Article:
This year’s Offshore Energy Exhibition and Conference (OEEC) being held in Amsterdam has provided another successful technical session on Subsea Processing.
The session, moderated by Pieter Swart, Subsea Pipeline Principal, Shell Projects & Technology, discussed the latest developments in subsea and covered multiple subtopics within, such as subsea processing and infrastructure.
Subsea processing provides an alternative to production equipment located on a fixed or floating platform.
During today’s session, several experts from the industry provided their insights into the topic of subsea processing.
At the beginning of the session, Mac McKee, Intecsea’s strategic development manager, looked back on the integration of subsea processing in the projects across the industry. He pointed out that in the long view on upside of subsea processing it can provide an improving return on investment for offshore hydrocarbon developments.
“In the end it’s all about increasing overall recovery.” McKee said:
The main question for the integration and development of subsea processing is can operators afford to move forward with concept developments without considering subsea processing in a competitive industry like the subsea industry?
“If subsea processing is not part of your project, concept phase should be,” McKee noted.
Eric van der Meer, the CEO of Airborne Oil & Gas, followed with presentation of views on the integration of thermoplastic composite pipes as a competitive pipe alternative to reduce the cost in the oil and gas.
He said: “In terms of the business case our customers, the likes of Statoil, Shell, Total, Petronas have seen some 30-40 percent CAPEX reduction, which basically comes from installation speeds, and installation benefits, simpler vessels, less vessel days. In the case of spools, no need for waiting on metrology, you can basically install the spool substantially quicker than the rigid spool.”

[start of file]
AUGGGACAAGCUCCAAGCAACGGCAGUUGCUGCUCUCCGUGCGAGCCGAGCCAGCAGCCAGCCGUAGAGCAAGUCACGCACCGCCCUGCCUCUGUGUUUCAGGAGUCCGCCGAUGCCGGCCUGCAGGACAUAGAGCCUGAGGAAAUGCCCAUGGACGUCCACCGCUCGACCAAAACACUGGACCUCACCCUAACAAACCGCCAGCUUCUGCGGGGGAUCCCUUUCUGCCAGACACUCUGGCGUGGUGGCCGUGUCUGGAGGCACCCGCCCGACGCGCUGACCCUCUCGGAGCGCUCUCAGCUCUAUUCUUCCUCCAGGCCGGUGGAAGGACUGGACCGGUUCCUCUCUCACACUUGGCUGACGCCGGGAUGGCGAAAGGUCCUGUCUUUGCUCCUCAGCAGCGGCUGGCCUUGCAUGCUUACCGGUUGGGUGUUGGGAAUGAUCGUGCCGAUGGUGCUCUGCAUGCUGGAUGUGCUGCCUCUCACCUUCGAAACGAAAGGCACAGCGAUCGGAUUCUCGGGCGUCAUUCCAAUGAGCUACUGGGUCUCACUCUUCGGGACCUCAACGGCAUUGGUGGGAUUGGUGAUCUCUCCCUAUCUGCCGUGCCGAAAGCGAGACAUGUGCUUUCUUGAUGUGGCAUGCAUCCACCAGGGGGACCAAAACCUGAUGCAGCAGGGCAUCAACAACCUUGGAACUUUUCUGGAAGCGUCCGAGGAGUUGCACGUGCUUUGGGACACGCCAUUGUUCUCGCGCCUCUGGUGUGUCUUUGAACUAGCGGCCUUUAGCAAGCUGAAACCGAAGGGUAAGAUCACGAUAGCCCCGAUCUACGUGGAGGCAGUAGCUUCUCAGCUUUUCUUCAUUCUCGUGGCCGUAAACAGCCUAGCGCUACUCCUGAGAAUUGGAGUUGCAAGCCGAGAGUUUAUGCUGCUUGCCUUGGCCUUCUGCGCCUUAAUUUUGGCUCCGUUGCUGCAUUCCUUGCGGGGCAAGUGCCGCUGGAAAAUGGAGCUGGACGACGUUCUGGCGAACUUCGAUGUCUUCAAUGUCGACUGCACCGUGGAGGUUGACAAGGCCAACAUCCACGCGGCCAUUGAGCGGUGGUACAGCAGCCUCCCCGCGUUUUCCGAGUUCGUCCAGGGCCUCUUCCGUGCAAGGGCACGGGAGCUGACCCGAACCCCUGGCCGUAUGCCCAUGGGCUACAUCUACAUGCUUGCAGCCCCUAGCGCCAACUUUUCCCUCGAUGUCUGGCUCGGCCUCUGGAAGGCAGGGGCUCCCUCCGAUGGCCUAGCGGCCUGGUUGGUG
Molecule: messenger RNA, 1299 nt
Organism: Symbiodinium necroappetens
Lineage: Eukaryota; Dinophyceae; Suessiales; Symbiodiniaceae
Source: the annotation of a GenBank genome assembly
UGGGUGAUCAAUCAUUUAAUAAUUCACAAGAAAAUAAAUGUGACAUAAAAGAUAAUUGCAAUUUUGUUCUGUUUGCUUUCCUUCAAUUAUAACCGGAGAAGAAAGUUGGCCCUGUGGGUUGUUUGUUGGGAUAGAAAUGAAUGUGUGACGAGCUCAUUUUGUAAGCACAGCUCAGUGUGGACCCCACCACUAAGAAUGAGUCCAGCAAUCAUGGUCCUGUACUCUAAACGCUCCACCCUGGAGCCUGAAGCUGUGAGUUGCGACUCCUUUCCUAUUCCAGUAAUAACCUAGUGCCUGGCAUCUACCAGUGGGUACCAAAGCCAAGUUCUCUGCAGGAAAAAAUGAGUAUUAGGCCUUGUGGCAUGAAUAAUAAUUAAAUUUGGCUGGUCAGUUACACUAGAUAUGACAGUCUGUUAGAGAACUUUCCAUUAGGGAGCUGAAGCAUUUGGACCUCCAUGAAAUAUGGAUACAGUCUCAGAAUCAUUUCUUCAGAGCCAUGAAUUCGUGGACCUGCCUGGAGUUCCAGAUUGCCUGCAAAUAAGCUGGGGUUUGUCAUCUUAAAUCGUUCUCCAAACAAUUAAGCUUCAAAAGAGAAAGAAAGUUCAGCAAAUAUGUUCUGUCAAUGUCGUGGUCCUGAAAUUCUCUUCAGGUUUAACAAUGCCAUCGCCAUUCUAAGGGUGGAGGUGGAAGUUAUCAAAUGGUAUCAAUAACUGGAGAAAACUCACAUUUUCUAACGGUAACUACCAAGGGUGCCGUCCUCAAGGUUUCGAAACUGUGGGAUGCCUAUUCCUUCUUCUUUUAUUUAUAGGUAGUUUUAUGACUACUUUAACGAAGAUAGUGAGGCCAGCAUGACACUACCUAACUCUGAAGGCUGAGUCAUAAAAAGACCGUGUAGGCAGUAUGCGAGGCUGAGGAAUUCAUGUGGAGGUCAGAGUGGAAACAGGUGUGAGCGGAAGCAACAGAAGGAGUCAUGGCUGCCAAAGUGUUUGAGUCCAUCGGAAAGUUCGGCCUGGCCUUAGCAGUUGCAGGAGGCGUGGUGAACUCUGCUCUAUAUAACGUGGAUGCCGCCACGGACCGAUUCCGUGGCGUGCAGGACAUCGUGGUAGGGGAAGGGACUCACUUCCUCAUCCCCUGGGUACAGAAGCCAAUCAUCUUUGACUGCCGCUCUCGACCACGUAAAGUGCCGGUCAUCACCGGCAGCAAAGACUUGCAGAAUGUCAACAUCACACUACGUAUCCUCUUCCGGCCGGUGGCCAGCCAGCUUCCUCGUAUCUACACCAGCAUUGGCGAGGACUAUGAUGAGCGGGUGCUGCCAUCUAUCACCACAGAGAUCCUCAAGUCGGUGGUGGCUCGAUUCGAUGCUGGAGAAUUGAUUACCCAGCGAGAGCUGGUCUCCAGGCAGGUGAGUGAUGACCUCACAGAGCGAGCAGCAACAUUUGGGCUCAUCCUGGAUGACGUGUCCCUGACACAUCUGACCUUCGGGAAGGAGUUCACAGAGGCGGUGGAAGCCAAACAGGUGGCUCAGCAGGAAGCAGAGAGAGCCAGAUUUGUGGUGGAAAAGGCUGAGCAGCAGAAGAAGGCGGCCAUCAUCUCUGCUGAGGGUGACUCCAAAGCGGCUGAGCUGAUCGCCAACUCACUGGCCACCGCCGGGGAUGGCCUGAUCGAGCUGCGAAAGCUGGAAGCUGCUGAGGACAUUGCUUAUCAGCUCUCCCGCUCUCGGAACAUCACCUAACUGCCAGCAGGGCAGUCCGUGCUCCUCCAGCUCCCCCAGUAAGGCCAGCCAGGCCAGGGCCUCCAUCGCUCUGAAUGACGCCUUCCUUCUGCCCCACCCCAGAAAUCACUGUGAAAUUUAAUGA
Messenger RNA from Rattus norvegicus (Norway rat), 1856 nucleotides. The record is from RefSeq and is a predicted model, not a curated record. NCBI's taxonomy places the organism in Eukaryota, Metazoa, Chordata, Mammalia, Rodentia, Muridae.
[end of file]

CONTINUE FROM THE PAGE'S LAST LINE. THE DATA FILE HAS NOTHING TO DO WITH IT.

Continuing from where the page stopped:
He also looked back on the slow adoption of the TCP in the industry despite apparent commitment from all parts of the supply chain, and what needs to be done to change that.
Subsea processing is being proven by the industry as the route to increased production efficiency.
The topic that was discussed the most during this year’s session is how innovation in compact subsea infrastructure can be used as an enabler for brownfield development and longer distance tie-backs.
To support this cost-effective subsea field development, Royal IHC and Frames have teamed up to develop a compact subsea separation system utilizing Frames’ SwirlSep inline separator.
The representatives of Royal IHC, Daan Uiterwaal, market analyst Royal IHC, and Andy Eaton, business unit director, IHC Concept LTD, together with Raoul Liew, R&D engineer, Frames Group, have explained how the SwirlSep technology reduces the size of separator units with redundancy and easy intervention in mind.
While the market is challenging and operators focus on finding new, lower cost solutions, Paul Yeats, a division director for Subsea 7’s Life of Field business – i-Tech Services, has presented how the company’s IMR teams are adding value through innovation.
He demonstrated how the teams are combining services, products and technologies to optimize field architecture design, extend field life and product re-use, reduce vessel dependency and lower cost.
Paul Yeats said: “We are comitted to working with our partners to drive the costs down and take a lot of costs out of the IRM business, especially in times like these. For us driving costs down starts internally to make you more competitive.”